A patent filed by Microsoft may shine a light onto a possible next evolutionary step for the Surface Duo line of foldable smartphones. The United States Patent and Trademark Office (USPTO) granted Microsoft a patent last week (but the patent was filed in June 2020) and published some of the associated sketches that outline a triple-screen Microsoft-designed “multi-panel device.”
The original Surface Duo wasn’t very warmly received once its specs became well known. Its reputation as a worthwhile device took a further dive when it was released to the public with software/UI teething troubles. Meanwhile, Microsoft’s Surface 2 seems to have pushed forward strongly in both hardware and software, if you have all the latest firmware and software updates.
Third time’s the charm is a well-worn phrase that is based upon humanity’s shared life experience of needing a couple of tries at something to get it just-so. It seems to apply widely to tech products – Windows 3, iPhone 3, Voodoo 3, etc. – and it may be about to unfold (sorry) for Microsoft’s Surface smartphone line.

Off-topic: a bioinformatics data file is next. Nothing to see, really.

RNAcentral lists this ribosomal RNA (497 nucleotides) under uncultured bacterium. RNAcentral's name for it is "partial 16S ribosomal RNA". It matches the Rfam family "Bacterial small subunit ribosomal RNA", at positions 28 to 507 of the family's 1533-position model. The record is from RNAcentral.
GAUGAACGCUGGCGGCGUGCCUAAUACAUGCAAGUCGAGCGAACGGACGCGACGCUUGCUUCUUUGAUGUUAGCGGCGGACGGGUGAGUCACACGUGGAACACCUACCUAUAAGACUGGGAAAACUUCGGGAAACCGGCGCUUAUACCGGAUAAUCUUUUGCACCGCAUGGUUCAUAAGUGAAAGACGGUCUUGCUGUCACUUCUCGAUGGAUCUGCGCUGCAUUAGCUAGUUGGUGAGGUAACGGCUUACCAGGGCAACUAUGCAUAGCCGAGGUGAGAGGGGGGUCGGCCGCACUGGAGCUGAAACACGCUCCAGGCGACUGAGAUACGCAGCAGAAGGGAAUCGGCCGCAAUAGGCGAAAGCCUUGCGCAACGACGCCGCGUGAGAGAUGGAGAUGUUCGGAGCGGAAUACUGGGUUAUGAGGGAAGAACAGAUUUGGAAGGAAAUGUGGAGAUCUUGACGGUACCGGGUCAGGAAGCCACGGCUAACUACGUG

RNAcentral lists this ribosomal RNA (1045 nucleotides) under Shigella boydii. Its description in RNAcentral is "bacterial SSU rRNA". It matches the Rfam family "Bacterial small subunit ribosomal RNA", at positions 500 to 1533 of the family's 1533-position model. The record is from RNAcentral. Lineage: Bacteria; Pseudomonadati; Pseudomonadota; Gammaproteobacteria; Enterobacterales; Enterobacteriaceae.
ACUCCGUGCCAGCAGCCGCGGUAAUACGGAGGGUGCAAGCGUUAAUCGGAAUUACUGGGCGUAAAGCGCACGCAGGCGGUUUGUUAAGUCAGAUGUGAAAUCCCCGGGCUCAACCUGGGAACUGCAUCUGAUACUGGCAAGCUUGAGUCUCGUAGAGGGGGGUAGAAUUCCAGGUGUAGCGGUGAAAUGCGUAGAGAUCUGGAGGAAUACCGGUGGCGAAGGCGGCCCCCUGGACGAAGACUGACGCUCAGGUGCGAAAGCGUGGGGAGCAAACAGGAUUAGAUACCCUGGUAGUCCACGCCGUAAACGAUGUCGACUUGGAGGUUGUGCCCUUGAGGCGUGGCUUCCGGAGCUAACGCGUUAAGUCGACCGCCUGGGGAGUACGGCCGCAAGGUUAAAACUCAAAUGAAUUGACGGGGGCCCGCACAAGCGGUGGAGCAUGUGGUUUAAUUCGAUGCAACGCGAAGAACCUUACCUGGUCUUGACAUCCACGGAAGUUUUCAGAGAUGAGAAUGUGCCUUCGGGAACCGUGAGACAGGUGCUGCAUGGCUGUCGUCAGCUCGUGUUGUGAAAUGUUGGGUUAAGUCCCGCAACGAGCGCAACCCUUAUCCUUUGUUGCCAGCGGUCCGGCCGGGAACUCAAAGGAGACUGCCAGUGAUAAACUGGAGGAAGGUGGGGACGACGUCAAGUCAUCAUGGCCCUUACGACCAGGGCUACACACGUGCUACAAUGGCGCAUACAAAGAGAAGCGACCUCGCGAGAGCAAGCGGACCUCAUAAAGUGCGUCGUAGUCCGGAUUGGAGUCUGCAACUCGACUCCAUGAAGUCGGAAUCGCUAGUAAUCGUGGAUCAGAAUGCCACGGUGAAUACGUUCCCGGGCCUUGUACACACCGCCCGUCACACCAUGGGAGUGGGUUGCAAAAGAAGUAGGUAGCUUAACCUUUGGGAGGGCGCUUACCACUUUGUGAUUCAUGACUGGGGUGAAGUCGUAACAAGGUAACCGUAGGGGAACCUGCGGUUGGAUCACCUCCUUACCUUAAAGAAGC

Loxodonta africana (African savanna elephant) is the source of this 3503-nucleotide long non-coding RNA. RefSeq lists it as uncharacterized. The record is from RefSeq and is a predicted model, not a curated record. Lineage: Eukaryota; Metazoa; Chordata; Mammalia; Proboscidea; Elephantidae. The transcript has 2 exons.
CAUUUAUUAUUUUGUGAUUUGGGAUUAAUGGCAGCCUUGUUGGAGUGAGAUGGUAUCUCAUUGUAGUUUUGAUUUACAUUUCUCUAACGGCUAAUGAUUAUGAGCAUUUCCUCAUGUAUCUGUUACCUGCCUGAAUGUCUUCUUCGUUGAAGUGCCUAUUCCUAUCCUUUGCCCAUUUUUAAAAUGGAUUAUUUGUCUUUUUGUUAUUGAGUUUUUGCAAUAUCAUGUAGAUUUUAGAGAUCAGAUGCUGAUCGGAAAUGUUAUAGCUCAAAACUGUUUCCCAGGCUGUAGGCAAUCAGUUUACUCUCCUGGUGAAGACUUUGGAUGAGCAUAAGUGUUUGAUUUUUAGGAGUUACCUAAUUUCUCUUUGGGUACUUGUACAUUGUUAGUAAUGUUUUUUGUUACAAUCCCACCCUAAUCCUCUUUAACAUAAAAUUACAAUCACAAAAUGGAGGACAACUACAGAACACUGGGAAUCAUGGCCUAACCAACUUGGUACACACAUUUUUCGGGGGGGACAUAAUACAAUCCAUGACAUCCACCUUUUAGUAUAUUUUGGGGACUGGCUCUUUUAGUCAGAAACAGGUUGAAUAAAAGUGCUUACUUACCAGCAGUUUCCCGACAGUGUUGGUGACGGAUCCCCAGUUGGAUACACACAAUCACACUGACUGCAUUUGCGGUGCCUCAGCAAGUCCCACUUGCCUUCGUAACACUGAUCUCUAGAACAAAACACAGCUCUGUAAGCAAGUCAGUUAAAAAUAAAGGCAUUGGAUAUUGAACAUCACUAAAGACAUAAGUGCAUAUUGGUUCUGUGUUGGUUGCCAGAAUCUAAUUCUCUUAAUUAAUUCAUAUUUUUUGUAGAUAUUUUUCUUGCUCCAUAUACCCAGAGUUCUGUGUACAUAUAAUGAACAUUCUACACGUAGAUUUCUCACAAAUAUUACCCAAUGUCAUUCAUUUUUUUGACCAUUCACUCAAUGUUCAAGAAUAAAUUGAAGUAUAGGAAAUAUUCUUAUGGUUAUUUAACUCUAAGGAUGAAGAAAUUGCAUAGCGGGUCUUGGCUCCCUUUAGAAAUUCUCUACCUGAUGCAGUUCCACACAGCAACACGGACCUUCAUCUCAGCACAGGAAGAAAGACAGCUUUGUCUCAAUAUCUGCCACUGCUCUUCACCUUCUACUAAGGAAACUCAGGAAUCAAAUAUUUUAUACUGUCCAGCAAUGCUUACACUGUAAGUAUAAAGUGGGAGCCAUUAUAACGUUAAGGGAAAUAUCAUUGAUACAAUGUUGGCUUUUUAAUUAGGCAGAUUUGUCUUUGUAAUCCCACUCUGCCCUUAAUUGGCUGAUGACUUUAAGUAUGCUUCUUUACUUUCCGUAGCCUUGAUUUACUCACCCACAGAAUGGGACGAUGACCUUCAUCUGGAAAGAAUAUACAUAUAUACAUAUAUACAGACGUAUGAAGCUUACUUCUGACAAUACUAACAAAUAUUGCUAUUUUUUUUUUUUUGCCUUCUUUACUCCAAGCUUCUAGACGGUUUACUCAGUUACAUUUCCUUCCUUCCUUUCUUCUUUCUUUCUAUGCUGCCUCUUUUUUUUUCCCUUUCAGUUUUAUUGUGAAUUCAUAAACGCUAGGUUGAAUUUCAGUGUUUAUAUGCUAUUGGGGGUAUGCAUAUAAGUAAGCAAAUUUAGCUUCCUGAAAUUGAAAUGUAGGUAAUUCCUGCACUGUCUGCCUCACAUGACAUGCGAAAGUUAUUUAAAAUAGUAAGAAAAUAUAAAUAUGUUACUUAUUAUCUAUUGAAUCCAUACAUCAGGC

The emergence of the above-linked patent and drawings don’t mean Microsoft is going to advance the Surface Duo 3 in this way, or come out with a rebranded device called something like the Surface Trio. Tech firms regularly file and get patents approved, from which seeds nothing ever seems to sprout. However, it is still worth a look at the plans, to see what might transpire.
Microsoft’s verbose and technical patent thankfully comes with one very informative illustration. Pondering over this image you can see the triple-screen device will have two hinges to fold in the fashion of a collapsed Z. This means when the device is in a completely folded-up state, “1408 Display 3” remains useful. No mini external display, like the Duo 2 Glance Bar, will thus be required to check notifications, etc. The phone UI will just rearrange the essential screen contents onto the always-available portion of the folding device.
Looking a bit more closely you can see the drawing represents “1402, Display 1” as a thicker part of the device. This indicates it will possibly hold the computing, imaging, battery components and so on. Lastly the patent seems to show a foldable with no screen bezels between the three parts – in other words it appears to be a continuous screen which folds up as seen in devices from Samsung, Oppo and Huawei.
Samsung has previously demoed screen technology which would fit in with Microsoft’s patented vision.